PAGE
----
Don’t call them dinner ladies… that’s sexist! Bosses at Devon County Council say the term – and that of ‘handyman’ – implies ‘gender ownership’ but failed to provide an alternative
- One council has ordered its staff to avoid the term ‘dinner lady’ and ‘handyman’
- Devon County Council bosses banned the terms but failed to state an alternative
- The Scouts have issued guidance calling dinnerladies ‘school meal supervisors’
They are a British institution, beloved by generations of school children and immortalised in a popular BBC sitcom.
But now the term ‘dinner lady’ is the latest to fall foul of political correctness, with one council ordering its staff to avoid the term.
Bosses at Devon County Council say the term – and that of ‘handyman’ – implies ‘gender ownership’ but failed to state an alternative.
The advice, in an Acceptable Language Guide that The Mail on Sunday obtained through freedom of information laws, tells staff that language evolves and ‘sometimes people have been brought up to use a particular word that has since fallen out of use, and they need to be aware of the latest term’.
Under the heading ‘It is not good to use’, the guide states: ‘Descriptions which imply gender ownership of certain roles such as “handyman” and “dinner lady” or “female doctor” if all you need to say is doctor.’
The term ‘dinner lady’ is the latest to fall foul of political correctness, with one council ordering its staff to avoid the term. Pictured: The late comedian Victoria Wood made her sitcom debut in ‘Dinner Ladies’
The Scouts have issued guidance saying dinner ladies should be known as school meal supervisors.
The advice by the local authority has infuriated critics. Broadcaster Gyles Brandreth said: ‘Of course, we all want language to be friendly and inclusive, but don’t we want language to be as clear and helpful as possible, too?
‘If all the people serving lunch in the canteen happen to be ladies, is there anything wrong with calling them dinner ladies?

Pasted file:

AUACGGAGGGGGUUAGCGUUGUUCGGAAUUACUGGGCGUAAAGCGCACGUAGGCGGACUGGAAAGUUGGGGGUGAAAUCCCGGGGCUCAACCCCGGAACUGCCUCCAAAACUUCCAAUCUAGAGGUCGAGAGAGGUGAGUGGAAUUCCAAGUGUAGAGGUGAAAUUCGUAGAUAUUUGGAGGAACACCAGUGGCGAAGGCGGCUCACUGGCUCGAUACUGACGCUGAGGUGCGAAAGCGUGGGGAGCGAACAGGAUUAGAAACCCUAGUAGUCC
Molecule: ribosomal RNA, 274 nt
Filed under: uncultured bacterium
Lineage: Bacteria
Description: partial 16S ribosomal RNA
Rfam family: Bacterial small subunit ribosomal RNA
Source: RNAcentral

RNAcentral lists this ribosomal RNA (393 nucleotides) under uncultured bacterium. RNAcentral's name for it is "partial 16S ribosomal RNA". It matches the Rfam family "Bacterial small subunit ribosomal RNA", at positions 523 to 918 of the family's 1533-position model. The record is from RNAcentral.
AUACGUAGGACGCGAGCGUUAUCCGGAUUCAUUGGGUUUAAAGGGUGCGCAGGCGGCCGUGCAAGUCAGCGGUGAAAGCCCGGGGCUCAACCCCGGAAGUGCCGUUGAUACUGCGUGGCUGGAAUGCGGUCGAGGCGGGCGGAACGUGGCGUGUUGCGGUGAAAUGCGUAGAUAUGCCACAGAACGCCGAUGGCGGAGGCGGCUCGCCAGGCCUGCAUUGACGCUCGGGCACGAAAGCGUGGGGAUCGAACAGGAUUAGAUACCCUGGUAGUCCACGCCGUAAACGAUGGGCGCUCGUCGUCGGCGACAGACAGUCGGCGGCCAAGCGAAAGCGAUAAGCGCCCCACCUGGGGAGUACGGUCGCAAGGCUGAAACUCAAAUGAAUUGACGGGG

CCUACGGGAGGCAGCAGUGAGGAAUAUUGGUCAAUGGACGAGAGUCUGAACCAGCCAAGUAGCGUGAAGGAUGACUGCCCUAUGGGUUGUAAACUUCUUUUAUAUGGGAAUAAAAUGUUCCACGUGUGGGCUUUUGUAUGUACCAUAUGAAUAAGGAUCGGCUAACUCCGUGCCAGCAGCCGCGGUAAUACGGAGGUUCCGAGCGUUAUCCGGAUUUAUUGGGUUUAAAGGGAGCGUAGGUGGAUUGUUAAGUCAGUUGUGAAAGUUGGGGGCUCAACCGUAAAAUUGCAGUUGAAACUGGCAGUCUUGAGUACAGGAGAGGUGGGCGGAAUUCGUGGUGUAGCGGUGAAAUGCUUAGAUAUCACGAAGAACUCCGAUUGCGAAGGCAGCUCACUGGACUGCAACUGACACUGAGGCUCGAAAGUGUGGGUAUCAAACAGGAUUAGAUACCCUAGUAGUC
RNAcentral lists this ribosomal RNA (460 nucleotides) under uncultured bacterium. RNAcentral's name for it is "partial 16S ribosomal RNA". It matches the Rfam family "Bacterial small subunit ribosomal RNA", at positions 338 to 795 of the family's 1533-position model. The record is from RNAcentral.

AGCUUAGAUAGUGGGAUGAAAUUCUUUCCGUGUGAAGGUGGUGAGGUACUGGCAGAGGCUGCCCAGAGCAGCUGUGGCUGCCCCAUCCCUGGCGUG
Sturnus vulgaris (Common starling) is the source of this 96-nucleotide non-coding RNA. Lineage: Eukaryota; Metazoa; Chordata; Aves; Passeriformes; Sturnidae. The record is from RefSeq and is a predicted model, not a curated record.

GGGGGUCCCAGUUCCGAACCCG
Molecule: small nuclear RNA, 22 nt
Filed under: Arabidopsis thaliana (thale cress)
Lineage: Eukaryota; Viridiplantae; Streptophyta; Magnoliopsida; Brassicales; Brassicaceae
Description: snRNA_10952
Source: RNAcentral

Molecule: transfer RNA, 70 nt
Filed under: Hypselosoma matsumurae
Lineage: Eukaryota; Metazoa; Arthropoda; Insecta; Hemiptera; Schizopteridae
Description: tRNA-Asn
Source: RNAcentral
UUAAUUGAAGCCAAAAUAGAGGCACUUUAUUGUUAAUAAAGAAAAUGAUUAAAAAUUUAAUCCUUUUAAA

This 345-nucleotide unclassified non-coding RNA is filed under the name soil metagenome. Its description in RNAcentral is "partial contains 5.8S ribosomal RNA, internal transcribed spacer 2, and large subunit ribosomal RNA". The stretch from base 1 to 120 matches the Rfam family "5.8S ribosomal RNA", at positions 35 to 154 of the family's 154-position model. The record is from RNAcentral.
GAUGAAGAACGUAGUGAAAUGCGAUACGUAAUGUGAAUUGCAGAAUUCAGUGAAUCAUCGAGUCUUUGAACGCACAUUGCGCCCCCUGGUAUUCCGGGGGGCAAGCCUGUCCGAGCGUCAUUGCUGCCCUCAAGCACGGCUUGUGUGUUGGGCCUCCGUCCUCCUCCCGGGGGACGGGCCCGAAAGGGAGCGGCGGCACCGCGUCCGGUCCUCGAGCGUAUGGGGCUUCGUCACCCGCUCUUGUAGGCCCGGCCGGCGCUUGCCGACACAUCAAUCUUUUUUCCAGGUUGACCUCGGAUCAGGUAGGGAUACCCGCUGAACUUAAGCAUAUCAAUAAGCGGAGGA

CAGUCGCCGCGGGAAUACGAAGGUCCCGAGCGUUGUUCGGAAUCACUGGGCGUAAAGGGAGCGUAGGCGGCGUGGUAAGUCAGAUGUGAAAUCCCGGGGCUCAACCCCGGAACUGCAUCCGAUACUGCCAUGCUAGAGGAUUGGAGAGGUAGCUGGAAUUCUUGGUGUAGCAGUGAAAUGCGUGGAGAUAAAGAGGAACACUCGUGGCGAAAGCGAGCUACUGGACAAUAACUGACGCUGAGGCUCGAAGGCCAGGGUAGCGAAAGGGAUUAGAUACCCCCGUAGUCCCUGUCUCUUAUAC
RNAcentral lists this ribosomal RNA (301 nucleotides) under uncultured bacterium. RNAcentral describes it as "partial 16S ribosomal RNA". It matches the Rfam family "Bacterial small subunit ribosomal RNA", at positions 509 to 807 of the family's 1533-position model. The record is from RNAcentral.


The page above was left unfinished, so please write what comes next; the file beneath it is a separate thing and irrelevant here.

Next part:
‘At my school we had a great deal of respect and affection for the dinnerladies. That’s what they were, and I think they were proud to be dinner ladies.
‘They were part of a sisterhood of sorts – which is different from a brotherhood. And to call them bretheren may sound more gender neutral, but in fact favours the brothers over the sisters.
‘Of course, soccer player, police officer, doctor or newsreader are the correct words to describe people of every kind in those professions – but if it’s a bloke putting up the shelves, I’m happy for him to be called a handyman. ‘
Indeed, the term dinner lady is very much in everyday use and the sitcom Dinnerladies, written by and starring the late Victoria Wood, still remains one of the UK’s most cherished programmes.
The BBC show ‘Dinner Ladies’ (pictured) was a hugely popular comedy series and is still regularly repeated on UK channels. The show follows the troubled lives of a group of dinnerladies in Manchester
The BBC show which co-starred Dame Julie Walters, Anne Reid, and Maxine Peake and which is set in a fictious works canteen in Manchester is regularly repeated on UK channels
Frank Furedi, emeritus professor of sociology at Kent University said: ‘These days the policing of language pursues the project of eliminating the words man and woman from our vocabulary in order to normalise a gender-neutral view of the world.
‘No one calls a woman a handyman and no one has ever called a man a dinner lady. The issue at stake is not the gender ownership of certain words but the elimination of the foundational distinction between male and female.’
However, best-selling author Kathy Lette said the phrase ‘dinner lady’ ‘should be composted’, adding: ‘It’s passed its use-by date. The term implies that women are only good for the kitchen.’
Devon Council declined to comment.
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